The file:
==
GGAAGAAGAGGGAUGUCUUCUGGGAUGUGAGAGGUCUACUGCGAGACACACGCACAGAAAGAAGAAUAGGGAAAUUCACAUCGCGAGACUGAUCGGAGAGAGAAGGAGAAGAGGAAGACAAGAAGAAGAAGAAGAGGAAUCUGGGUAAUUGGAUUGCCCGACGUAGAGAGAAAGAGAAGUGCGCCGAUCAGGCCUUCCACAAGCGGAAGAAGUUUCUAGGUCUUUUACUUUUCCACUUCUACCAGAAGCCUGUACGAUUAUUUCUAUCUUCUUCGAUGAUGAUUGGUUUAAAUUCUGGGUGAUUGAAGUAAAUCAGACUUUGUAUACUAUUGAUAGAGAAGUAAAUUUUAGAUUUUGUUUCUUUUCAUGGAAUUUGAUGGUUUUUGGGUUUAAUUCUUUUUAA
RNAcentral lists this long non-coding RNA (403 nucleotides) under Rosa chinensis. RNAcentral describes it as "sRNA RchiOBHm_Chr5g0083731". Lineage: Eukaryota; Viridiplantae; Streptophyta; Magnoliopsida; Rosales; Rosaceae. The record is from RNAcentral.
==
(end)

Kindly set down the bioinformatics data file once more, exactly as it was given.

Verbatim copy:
GGAAGAAGAGGGAUGUCUUCUGGGAUGUGAGAGGUCUACUGCGAGACACACGCACAGAAAGAAGAAUAGGGAAAUUCACAUCGCGAGACUGAUCGGAGAGAGAAGGAGAAGAGGAAGACAAGAAGAAGAAGAAGAGGAAUCUGGGUAAUUGGAUUGCCCGACGUAGAGAGAAAGAGAAGUGCGCCGAUCAGGCCUUCCACAAGCGGAAGAAGUUUCUAGGUCUUUUACUUUUCCACUUCUACCAGAAGCCUGUACGAUUAUUUCUAUCUUCUUCGAUGAUGAUUGGUUUAAAUUCUGGGUGAUUGAAGUAAAUCAGACUUUGUAUACUAUUGAUAGAGAAGUAAAUUUUAGAUUUUGUUUCUUUUCAUGGAAUUUGAUGGUUUUUGGGUUUAAUUCUUUUUAA
RNAcentral lists this long non-coding RNA (403 nucleotides) under Rosa chinensis. RNAcentral describes it as "sRNA RchiOBHm_Chr5g0083731". Lineage: Eukaryota; Viridiplantae; Streptophyta; Magnoliopsida; Rosales; Rosaceae. The record is from RNAcentral.